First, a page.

Publishers Weekly
Although Big Bunny was "born in the spring along with all the other Easter Bunnies," she grows to a gigantic size and accidentally breaks Easter eggs and baskets. Far from ostracizing her, the other little bunnies gather together to find Big Bunny when she runs away, and their plan to include Big Bunny in their Easter egg–delivery provides a satisfying ending. Flat, earth-toned areas of color, repeating forms, and decorative outlines result in compositions that unexpectedly recall Hopi art. Rand's pictures portray a world removed from modernity and close to nature; an original and rewarding Easter tale. Ages 3–5. (Jan.)
Children's Literature - Carlee Hallman
Easter bunnies are born in the spring and grow together. One grows bigger than the others. She likes being big until she breaks eggs while learning to paint them and sits on baskets. She goes off and is lonely. The other bunnies form a Bunny Circle under the moon where: "Their ears touch and noses twitch, and they know what to do." They then search and find Big Bunny. They form another weird Bunny Circle under the stars. Then Big Bunny knows what to do and comes back. The bunnies make a big basket for Big Bunny's back, fill it with eggs, and climb in to distribute Easter eggs in the night. Children find them in the morning. The bunnies snuggle next to Big Bunny and sleep. The colored illustrations are stylized. This seemingly simple story of bunny circles in the moonlight insinuates a sense of Celtic magic into the celebration of Easter. Reviewer: Carlee Hallman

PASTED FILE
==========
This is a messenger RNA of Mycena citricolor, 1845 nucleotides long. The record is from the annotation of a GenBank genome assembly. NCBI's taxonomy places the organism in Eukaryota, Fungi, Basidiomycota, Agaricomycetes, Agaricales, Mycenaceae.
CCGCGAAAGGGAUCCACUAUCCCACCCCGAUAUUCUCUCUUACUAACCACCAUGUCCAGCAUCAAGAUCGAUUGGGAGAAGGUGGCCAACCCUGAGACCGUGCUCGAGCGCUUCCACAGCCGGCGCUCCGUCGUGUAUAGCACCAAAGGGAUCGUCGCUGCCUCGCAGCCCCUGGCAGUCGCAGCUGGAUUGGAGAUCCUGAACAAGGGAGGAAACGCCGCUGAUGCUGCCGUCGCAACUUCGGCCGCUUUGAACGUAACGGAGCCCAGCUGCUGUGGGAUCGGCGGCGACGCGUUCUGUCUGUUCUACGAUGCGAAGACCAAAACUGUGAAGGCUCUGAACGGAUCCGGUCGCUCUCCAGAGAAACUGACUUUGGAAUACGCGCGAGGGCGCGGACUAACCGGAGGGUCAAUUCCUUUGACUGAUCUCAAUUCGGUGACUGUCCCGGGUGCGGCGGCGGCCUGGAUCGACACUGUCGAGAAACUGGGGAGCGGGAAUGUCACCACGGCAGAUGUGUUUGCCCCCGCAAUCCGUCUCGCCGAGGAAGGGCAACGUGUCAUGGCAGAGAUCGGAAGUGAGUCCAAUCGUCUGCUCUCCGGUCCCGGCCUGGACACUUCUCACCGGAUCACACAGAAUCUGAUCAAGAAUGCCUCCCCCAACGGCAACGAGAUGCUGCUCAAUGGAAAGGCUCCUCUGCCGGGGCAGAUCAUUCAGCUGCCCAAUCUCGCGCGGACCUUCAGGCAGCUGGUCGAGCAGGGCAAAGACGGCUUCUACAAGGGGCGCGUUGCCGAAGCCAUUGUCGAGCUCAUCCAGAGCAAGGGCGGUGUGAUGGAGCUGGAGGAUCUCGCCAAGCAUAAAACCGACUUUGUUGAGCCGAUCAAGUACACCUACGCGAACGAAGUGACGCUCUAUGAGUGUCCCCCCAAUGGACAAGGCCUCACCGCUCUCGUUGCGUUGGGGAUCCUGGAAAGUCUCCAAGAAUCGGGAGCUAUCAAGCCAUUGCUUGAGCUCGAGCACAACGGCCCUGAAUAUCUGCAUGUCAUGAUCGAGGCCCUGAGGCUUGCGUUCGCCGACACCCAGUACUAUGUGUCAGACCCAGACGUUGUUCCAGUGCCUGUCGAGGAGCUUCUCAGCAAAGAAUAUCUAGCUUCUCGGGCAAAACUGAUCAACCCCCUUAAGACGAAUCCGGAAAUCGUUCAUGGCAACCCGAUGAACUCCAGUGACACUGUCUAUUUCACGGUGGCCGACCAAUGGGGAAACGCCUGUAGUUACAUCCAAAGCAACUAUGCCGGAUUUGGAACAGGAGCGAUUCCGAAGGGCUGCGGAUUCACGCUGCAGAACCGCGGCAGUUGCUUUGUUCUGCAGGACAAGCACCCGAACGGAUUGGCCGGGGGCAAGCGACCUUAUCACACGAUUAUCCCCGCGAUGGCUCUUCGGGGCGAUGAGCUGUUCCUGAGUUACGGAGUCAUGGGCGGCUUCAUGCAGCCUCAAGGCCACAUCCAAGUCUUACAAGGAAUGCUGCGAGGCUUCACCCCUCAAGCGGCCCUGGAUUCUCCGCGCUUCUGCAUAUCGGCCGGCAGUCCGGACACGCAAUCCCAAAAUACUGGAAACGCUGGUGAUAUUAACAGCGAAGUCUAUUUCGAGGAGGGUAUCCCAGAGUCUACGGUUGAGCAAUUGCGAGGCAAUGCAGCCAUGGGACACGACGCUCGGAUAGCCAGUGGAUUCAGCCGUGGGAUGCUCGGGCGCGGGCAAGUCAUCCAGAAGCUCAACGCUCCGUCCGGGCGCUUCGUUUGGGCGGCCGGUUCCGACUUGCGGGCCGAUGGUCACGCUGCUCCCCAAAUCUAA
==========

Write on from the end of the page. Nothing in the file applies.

Kirkus Reviews